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Bennett College raises more than $8 million, now set for accreditation hearing

#StandwithBennett campaign brought in donations beyond goal of $5 million

Bennett College, the first all-women’s historically black college or university (HBCU), announced Monday that it has raised more than $8 million in order to win its accreditation appeal against the Southern Association of Colleges and Schools Commission on Colleges (SACSCOC) and prove to the accrediting body that it is financially stable.

Bennett president Phyllis Dawkins, in front of several hundred students, alumnae and donors at Annie Merner Pfeiffer Chapel, said fundraising efforts from all over the country brought in financial commitments totaling more than $8.2 million. The goal had been to raise $5 million. The announcement was made to much fanfare and speeches by donors in Greensboro, North Carolina.

Bennett, along with other HBCUs, was drastically affected by the Great Recession of 2008 and the alterations to the Parent PLUS Loan program from 2010-12. Many students who relied on federal aid to attend school and receive an education were deterred based on their financial situations. According to Lodriguez Murray, the vice president of public policy and governmental affairs for the United Negro College Fund, the changes to the Parent PLUS Loan decreased the number of students attending HBCUs by 40,000.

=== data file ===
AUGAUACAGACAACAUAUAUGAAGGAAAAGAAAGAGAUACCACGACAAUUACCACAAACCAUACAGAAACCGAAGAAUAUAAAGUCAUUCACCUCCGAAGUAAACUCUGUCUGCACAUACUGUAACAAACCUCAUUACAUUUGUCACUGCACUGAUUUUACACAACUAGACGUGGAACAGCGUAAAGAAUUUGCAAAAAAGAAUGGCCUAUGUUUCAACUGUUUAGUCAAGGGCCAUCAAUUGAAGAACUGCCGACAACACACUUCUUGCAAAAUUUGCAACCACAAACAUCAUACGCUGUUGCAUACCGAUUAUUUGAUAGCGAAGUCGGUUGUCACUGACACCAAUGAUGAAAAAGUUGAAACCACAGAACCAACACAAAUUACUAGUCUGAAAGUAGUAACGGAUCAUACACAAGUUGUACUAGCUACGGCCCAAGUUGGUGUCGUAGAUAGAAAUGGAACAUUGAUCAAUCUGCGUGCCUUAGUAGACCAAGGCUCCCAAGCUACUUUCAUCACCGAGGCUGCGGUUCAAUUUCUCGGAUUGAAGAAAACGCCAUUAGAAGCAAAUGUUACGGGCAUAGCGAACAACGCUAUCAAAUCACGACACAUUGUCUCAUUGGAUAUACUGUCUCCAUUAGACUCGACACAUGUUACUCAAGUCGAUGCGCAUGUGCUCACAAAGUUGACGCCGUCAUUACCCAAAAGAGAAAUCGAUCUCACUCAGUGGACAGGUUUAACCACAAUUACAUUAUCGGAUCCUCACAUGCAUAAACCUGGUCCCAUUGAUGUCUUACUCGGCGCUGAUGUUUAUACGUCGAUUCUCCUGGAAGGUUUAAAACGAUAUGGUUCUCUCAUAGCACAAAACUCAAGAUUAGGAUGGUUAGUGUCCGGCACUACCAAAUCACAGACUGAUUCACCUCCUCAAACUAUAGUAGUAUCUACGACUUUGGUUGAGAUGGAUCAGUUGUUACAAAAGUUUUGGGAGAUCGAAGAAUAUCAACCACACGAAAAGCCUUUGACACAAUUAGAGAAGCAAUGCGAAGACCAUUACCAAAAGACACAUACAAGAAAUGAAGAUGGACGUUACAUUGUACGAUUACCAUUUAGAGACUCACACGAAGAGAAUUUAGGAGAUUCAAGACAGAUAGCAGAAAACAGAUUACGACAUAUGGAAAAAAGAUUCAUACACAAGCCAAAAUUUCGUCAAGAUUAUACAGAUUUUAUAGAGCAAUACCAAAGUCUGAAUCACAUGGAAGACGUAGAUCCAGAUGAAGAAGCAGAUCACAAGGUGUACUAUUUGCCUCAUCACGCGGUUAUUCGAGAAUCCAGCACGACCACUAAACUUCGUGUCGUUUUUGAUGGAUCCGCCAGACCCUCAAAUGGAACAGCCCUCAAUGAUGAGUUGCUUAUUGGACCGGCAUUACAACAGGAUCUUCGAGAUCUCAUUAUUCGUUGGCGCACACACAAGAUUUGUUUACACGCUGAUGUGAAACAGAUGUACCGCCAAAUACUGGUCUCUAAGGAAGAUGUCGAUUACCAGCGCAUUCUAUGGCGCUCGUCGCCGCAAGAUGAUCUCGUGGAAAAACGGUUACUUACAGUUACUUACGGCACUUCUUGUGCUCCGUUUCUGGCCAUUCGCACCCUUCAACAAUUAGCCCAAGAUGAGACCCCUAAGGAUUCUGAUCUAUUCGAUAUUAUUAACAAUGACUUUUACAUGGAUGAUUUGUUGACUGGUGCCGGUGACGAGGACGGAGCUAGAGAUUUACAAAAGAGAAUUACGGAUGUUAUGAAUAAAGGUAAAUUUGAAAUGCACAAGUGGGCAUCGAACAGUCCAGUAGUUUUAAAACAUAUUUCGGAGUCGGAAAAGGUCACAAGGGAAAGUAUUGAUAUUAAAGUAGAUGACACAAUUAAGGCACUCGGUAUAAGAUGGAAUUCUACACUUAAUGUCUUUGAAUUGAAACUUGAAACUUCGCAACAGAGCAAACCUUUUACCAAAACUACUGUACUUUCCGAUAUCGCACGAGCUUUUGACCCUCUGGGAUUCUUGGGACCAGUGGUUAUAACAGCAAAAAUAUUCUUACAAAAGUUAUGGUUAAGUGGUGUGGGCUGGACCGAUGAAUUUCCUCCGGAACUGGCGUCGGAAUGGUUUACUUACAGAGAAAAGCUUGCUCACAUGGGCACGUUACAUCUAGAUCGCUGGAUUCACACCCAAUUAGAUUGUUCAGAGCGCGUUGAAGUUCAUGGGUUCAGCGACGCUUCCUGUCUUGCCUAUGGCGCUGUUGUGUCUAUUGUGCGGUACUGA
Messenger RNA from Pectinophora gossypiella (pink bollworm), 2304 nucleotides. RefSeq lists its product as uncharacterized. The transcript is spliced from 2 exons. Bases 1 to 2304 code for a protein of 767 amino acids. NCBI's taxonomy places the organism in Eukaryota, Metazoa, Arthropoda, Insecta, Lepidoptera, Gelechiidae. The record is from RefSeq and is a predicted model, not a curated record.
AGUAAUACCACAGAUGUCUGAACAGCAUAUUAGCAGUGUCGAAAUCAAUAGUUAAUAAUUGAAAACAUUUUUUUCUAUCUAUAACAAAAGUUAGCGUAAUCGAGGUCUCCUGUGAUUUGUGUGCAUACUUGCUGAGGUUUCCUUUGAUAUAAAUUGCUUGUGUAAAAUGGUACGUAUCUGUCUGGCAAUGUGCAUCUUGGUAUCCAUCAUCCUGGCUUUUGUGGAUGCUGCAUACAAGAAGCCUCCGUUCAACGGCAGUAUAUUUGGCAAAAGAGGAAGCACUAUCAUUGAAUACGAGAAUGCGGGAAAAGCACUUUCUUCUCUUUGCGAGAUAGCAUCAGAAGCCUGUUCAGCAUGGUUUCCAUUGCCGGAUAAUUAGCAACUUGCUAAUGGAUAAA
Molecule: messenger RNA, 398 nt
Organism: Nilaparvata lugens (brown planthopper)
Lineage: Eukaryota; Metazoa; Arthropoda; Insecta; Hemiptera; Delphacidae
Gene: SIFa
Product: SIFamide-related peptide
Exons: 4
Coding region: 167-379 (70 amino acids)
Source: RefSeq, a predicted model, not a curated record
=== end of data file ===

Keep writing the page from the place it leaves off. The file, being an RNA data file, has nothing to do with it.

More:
Bennett will formally appeal to SACSCOC, which has scheduled a hearing for Feb. 18 in Atlanta. The college will maintain its accreditation while the appeal process is ongoing.

“Out of the 95 requirements that every college and university accredited by SACSCOC has to meet, only one of them is the issue,” said Murray. “It’s about the amount of money Bennett needs to show that they are a strong institution.”

Many public institutions were able to lean on supplements that were provided by their respective state governments. However, since Bennett College is a private institution, it operates strictly from tuition and fundraising and does not apply for other sources of funding. This pushed Bennett to work extensively with UNCF to help provide the historic school financial relief.

Because of this help by UNCF and the fairly new leadership of Dawkins, Bennett College now finds itself in a position to sustain its accreditation.

Dawkins said that despite the accreditation issues, 3,500 prospective students have already started applying to be admitted into Bennett for the upcoming fall semester and the institution has had a 16 percent increase in enrollment under her administration.

In addition, according to Dawkins, there has been a 36 percent increase in enrollment for new students and a 9 percent increase in the retention rate of students from the past two academic years. The school only has the capacity to enroll around 800 students and is sitting at 534 students now.

“We have to increase enrollment,” said Dawkins, who became interim president in 2016. The 2017-18 academic year was Dawkins’ first full year as permanent president. “We did a good job for the last two years. During my years, enrollment has increased slowly but steadily.”

The Dawkins administration has become a bright spot for Bennett College during a time filled with anxiety. With many questioning the school’s sustainability in wake of its accreditation issues, Dawkins has seemingly steadied the ship and has the school moving in the right direction toward financial stability.